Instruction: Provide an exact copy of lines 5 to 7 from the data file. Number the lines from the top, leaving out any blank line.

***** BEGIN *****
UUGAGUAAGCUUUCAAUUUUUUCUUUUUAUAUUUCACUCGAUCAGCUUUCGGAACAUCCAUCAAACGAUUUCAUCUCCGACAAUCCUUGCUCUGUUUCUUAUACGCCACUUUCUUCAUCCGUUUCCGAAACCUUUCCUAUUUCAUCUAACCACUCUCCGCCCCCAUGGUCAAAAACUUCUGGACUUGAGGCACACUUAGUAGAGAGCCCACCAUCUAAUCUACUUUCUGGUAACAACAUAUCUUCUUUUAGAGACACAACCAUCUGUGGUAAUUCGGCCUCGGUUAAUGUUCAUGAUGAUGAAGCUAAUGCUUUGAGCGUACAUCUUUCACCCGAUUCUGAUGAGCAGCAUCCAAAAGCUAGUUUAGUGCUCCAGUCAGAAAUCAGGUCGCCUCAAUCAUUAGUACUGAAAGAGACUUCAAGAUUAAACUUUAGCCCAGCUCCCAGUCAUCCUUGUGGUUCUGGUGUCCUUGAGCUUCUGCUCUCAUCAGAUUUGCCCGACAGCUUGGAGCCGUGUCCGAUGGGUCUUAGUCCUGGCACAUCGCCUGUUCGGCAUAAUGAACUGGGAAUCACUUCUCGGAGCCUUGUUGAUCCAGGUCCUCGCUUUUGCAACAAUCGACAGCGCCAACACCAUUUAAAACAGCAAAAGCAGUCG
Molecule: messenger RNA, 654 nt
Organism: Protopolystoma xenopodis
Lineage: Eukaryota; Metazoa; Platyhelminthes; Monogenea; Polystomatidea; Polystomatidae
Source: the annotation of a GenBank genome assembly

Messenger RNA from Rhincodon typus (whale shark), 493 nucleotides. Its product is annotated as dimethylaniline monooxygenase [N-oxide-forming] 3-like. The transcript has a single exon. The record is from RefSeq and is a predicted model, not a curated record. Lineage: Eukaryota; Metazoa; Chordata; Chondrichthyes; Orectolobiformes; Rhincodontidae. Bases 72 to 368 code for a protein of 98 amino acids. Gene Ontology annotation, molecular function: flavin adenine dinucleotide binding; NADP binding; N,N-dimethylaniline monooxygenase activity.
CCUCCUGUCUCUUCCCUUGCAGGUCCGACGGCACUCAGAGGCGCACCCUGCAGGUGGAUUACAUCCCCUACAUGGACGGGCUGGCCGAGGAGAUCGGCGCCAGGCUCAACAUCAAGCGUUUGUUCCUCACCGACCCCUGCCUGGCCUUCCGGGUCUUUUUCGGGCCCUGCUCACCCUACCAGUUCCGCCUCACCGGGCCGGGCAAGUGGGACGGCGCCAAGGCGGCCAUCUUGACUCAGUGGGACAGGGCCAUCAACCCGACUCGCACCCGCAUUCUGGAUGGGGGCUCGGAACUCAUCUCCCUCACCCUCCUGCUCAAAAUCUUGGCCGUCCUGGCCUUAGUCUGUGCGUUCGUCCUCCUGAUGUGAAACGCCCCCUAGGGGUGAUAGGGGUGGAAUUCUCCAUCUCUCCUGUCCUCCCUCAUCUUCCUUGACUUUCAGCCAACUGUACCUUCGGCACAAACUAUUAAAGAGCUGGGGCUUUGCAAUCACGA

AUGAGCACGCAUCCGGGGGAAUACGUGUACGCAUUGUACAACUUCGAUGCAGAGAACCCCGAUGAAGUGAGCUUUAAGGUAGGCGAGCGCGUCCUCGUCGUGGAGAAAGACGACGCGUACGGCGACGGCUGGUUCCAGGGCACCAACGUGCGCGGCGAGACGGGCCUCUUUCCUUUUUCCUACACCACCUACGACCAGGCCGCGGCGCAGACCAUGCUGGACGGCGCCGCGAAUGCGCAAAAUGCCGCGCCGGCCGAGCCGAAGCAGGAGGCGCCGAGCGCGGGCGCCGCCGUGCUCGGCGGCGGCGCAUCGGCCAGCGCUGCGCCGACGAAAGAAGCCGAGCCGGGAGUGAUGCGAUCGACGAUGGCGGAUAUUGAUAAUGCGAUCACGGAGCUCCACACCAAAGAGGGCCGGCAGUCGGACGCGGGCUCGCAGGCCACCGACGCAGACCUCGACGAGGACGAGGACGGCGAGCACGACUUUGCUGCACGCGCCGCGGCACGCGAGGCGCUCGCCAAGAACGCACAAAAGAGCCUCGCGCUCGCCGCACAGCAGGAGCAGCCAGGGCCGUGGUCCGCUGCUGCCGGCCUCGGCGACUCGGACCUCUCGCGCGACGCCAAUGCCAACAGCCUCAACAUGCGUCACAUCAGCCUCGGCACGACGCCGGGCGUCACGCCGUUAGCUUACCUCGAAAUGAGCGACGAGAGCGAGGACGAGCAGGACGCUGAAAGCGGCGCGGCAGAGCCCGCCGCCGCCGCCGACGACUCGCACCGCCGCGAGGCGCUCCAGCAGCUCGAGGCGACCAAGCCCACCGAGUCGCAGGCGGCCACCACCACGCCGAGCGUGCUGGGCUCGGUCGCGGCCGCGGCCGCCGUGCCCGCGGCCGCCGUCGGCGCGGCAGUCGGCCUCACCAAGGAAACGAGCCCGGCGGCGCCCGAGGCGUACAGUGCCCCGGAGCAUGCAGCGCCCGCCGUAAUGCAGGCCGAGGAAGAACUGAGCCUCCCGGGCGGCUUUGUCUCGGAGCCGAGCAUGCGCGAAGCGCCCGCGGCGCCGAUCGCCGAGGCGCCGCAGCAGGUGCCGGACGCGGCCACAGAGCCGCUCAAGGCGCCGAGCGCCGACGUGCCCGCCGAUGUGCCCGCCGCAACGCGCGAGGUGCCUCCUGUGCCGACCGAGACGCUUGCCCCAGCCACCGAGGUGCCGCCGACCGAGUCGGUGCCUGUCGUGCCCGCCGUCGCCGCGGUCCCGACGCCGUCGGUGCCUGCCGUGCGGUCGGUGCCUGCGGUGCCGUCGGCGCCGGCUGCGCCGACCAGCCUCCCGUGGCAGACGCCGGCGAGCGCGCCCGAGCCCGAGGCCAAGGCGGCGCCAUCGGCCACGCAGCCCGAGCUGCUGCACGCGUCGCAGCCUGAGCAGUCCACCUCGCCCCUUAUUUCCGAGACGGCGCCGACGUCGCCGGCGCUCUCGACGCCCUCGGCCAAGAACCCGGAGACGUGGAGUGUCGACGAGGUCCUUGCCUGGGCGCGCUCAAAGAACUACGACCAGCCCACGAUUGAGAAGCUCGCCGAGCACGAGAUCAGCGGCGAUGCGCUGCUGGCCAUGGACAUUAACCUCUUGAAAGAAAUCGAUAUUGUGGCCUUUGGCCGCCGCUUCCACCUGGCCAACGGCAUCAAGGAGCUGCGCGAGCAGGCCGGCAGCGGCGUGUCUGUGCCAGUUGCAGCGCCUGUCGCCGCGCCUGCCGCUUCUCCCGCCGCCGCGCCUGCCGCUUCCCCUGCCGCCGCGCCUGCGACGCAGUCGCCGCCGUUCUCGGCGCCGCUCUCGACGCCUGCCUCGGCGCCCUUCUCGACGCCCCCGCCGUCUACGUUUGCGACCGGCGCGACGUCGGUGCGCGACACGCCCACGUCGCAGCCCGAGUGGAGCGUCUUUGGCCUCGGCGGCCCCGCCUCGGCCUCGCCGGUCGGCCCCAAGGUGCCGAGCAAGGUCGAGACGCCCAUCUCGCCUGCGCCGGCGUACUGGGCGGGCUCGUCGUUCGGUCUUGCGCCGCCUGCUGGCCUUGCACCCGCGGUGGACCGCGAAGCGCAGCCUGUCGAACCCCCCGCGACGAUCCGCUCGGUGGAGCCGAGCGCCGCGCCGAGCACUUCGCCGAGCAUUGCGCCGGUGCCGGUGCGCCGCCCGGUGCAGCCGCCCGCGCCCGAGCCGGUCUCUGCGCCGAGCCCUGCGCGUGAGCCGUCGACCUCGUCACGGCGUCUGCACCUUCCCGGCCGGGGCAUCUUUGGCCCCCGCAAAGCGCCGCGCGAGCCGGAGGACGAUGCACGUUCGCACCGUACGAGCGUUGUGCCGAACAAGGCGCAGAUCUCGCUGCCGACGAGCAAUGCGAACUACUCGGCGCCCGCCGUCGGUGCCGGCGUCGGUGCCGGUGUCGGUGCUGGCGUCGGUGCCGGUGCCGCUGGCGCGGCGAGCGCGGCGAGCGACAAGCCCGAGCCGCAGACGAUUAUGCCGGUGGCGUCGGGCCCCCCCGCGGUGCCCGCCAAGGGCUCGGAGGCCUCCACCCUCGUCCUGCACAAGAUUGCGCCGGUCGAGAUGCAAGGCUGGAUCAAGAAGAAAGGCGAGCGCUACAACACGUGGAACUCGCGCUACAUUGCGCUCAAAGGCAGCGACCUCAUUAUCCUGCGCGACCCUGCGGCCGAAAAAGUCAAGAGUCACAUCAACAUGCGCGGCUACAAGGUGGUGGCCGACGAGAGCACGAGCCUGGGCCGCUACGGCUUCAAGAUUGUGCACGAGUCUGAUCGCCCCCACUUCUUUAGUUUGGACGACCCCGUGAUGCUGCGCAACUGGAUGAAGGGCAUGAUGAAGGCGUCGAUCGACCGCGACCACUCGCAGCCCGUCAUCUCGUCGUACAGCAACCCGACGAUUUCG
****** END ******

Source: the annotation of a GenBank genome assembly

Messenger RNA from Rhincodon typus (whale shark), 493 nucleotides. Its product is annotated as dimethylaniline monooxygenase [N-oxide-forming] 3-like. The transcript has a single exon. The record is from RefSeq and is a predicted model, not a curated record. Lineage: Eukaryota; Metazoa; Chordata; Chondrichthyes; Orectolobiformes; Rhincodontidae. Bases 72 to 368 code for a protein of 98 amino acids. Gene Ontology annotation, molecular function: flavin adenine dinucleotide binding; NADP binding; N,N-dimethylaniline monooxygenase activity.
CCUCCUGUCUCUUCCCUUGCAGGUCCGACGGCACUCAGAGGCGCACCCUGCAGGUGGAUUACAUCCCCUACAUGGACGGGCUGGCCGAGGAGAUCGGCGCCAGGCUCAACAUCAAGCGUUUGUUCCUCACCGACCCCUGCCUGGCCUUCCGGGUCUUUUUCGGGCCCUGCUCACCCUACCAGUUCCGCCUCACCGGGCCGGGCAAGUGGGACGGCGCCAAGGCGGCCAUCUUGACUCAGUGGGACAGGGCCAUCAACCCGACUCGCACCCGCAUUCUGGAUGGGGGCUCGGAACUCAUCUCCCUCACCCUCCUGCUCAAAAUCUUGGCCGUCCUGGCCUUAGUCUGUGCGUUCGUCCUCCUGAUGUGAAACGCCCCCUAGGGGUGAUAGGGGUGGAAUUCUCCAUCUCUCCUGUCCUCCCUCAUCUUCCUUGACUUUCAGCCAACUGUACCUUCGGCACAAACUAUUAAAGAGCUGGGGCUUUGCAAUCACGA